From Cyber-Physical Systems Integration Group @ DGIST

Intranet: WritingIntroduction

A good paper introduction is fairly formulaic. If you follow a simple set of rules, you can write a very good introduction. The following outline can be varied. For example, you can use two paragraphs instead of one, or you can place more emphasis on one aspect of the intro than another. But in all cases, all of the points below need to be covered in an introduction, and in most papers, you don't need to cover anything more in an introduction.

Paragraph 1: Motivation. At a high level, what is the problem area you are working in and why is it important? It is important to set the larger context here. Why is the problem of interest and importance to the larger community?

Paragraph 2: What is the specific problem considered in this paper? This paragraph narrows down the topic area of the paper. In the first paragraph you have established general context and importance. Here you establish specific context and background.

Paragraph 3: "In this paper, we show that ...". This is the key paragraph in the intro - you summarize, in one paragraph, what are the main contributions of your paper given the context you have established in paragraphs 1 and 2. What is the general approach taken? Why are the specific results significant? This paragraph must be really really good. If you can't "sell" your work at a high level in a paragraph in the intro, then you are in trouble. As a reader or reviewer, this is the paragraph that I always look for, and read very carefully.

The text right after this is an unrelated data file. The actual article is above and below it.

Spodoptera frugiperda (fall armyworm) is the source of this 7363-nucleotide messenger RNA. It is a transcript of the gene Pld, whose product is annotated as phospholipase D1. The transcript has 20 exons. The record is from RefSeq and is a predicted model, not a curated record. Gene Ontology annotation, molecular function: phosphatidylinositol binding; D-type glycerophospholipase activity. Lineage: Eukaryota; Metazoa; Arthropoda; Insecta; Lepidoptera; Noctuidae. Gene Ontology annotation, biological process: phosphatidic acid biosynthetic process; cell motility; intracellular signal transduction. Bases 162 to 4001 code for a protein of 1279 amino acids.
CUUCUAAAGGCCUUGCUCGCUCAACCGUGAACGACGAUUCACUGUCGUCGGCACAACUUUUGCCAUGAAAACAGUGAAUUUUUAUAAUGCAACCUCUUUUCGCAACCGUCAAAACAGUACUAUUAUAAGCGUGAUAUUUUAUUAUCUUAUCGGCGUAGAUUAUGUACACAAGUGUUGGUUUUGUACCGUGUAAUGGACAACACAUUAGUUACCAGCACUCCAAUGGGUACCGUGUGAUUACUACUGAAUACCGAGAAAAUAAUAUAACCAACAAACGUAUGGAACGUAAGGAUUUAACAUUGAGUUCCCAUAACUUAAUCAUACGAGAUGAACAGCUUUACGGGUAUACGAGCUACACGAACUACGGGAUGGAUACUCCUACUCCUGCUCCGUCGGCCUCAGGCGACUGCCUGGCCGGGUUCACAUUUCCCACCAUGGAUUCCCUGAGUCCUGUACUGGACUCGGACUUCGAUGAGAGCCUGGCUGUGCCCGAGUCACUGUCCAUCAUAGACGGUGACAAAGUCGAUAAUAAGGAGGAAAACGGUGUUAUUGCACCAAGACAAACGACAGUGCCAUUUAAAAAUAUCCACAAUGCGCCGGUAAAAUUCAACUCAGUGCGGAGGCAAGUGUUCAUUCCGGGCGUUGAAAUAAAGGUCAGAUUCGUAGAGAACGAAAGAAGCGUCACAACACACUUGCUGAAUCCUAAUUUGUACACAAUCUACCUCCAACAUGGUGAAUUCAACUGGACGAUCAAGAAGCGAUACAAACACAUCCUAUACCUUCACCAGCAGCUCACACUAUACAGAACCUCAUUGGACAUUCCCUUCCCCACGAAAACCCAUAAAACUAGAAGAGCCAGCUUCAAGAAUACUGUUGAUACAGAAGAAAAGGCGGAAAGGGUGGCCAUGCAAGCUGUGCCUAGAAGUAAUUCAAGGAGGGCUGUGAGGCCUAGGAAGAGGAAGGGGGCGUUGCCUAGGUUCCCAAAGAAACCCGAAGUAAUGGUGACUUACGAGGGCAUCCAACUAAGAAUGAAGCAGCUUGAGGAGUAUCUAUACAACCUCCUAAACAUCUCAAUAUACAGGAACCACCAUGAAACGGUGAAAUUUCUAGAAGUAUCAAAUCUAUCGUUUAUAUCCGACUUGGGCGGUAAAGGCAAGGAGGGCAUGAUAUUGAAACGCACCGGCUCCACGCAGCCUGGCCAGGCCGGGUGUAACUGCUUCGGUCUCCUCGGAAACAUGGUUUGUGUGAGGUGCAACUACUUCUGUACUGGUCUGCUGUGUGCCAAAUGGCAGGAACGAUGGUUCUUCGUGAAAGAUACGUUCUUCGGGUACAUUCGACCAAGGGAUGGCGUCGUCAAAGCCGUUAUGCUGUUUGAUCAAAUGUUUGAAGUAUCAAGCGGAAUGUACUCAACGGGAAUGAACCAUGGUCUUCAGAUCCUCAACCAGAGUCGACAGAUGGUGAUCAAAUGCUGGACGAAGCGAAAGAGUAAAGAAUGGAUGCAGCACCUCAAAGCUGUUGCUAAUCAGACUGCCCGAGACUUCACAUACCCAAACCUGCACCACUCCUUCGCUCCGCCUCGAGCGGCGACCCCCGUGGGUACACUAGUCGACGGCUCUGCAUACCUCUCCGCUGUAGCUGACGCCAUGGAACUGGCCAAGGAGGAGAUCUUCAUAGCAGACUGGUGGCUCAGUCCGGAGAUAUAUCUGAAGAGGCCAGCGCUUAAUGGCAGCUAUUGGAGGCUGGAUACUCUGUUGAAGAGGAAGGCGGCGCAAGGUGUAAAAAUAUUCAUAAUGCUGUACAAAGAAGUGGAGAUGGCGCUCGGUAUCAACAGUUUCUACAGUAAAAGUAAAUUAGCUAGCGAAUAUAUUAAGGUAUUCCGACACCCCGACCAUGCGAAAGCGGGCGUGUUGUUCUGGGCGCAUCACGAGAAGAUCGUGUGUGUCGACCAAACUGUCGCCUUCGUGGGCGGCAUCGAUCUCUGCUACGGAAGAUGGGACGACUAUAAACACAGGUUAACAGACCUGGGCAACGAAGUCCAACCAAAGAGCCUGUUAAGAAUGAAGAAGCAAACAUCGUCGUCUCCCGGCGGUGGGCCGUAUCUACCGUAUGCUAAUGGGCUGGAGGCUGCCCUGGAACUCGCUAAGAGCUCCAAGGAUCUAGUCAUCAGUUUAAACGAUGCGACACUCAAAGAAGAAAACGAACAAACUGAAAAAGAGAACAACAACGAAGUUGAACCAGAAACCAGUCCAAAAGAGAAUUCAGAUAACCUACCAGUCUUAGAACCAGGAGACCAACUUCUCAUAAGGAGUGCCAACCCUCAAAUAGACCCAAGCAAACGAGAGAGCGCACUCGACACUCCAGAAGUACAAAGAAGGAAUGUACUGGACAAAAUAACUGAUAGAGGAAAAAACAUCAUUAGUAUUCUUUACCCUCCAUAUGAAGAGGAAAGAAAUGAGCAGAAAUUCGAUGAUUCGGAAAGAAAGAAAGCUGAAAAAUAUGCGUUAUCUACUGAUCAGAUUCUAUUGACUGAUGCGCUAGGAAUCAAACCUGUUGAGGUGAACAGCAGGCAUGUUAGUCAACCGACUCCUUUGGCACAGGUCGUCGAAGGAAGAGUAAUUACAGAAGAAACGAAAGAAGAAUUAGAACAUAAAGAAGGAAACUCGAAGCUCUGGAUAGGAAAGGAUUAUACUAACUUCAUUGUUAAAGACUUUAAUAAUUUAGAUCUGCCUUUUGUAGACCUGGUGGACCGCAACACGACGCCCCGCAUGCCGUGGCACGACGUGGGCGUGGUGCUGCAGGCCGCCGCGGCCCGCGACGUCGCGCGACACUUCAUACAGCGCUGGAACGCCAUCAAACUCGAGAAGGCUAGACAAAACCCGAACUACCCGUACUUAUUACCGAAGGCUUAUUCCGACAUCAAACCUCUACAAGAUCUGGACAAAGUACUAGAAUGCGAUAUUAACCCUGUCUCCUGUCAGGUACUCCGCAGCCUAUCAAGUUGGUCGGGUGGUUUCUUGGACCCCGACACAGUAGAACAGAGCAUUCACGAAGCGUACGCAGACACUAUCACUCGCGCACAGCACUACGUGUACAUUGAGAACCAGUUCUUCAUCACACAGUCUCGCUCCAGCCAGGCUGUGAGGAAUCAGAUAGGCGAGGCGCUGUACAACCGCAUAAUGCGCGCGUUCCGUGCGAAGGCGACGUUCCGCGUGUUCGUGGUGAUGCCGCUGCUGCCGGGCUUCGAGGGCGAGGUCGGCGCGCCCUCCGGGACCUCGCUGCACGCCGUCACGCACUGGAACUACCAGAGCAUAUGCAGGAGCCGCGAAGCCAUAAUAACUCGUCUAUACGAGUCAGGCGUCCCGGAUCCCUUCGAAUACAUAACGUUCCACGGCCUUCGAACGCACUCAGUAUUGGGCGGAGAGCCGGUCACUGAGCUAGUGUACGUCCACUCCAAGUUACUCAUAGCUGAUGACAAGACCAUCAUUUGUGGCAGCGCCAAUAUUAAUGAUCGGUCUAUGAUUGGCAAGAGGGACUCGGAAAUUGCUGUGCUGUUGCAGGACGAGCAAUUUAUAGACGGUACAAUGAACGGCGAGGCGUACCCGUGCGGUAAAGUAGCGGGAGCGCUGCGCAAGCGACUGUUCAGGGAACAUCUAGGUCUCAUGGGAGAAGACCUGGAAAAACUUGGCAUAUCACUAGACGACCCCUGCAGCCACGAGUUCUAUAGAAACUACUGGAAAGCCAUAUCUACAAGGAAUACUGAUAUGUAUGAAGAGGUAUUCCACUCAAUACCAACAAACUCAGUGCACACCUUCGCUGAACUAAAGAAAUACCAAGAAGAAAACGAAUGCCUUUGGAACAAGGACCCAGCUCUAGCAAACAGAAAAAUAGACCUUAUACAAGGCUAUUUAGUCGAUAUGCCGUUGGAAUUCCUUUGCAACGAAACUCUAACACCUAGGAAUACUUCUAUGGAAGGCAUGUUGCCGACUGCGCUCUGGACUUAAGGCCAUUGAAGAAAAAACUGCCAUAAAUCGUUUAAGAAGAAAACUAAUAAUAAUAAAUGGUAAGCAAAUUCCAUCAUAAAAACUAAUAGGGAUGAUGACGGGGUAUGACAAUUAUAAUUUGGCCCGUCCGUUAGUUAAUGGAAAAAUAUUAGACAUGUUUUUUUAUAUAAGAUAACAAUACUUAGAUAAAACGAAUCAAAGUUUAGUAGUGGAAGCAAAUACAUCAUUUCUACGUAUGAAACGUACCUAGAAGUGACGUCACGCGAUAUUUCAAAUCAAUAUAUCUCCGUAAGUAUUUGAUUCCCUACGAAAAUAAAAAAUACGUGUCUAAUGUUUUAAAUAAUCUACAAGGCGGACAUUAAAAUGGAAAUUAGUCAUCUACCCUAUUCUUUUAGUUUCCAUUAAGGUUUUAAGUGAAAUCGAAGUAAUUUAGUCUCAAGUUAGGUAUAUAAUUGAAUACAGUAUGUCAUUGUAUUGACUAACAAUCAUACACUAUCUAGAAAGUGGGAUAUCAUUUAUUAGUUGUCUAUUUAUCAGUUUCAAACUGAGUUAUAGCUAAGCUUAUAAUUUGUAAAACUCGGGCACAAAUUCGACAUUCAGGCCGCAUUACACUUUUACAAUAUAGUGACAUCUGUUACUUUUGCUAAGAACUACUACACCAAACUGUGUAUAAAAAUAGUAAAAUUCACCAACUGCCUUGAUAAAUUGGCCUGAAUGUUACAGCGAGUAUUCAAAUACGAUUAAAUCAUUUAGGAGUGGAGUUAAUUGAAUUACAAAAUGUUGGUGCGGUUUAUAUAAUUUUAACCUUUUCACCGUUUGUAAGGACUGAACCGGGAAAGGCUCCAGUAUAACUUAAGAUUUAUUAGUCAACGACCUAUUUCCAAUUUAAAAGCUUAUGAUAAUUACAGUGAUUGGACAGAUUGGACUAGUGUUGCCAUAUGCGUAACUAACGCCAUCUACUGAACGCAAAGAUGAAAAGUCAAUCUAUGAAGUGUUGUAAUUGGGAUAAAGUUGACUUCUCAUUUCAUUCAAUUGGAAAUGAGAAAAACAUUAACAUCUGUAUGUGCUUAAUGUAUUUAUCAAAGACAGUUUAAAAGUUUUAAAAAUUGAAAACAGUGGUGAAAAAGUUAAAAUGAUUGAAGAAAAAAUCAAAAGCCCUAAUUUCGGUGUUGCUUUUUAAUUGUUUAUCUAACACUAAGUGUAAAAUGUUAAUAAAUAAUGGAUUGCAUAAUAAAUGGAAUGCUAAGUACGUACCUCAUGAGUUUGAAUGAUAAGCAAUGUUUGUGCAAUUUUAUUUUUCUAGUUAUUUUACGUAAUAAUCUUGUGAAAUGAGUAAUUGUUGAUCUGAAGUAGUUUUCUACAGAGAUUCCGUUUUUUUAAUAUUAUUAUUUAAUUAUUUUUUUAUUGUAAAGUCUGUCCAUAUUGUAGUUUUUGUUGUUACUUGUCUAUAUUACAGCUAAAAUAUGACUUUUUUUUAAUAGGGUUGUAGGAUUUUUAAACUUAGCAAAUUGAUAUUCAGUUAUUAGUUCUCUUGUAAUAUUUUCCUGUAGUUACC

You should think about how to structure this one or two paragraph summary of what your paper is all about. If there are two or three main results, then you might consider itemizing them with bullets or in test (e.g., "First, ..."). If the results fall broadly into two categories, you can bring out that distinction here. For example, "Our results are both theoretical and applied in nature. (two sentences follow, one each on theory and application)"

Paragraph 4: At a high level what are the differences in what you are doing, and what others have done? Keep this at a high level, you can refer to a future section where specific details and differences will be given. But it is important for the reader to know at a high level, what is new about this work compared to other work in the area.

Paragraph 5: "The remainder of this paper is structured as follows..." Give the reader a roadmap for the rest of the paper. Avoid redundant phrasing, "In Section 2, In section 3, ... In Section 4, ... " etc.

A few general tips:

(contributed May 24, 2004, by Jim Kurose, UMass; used by permission.)

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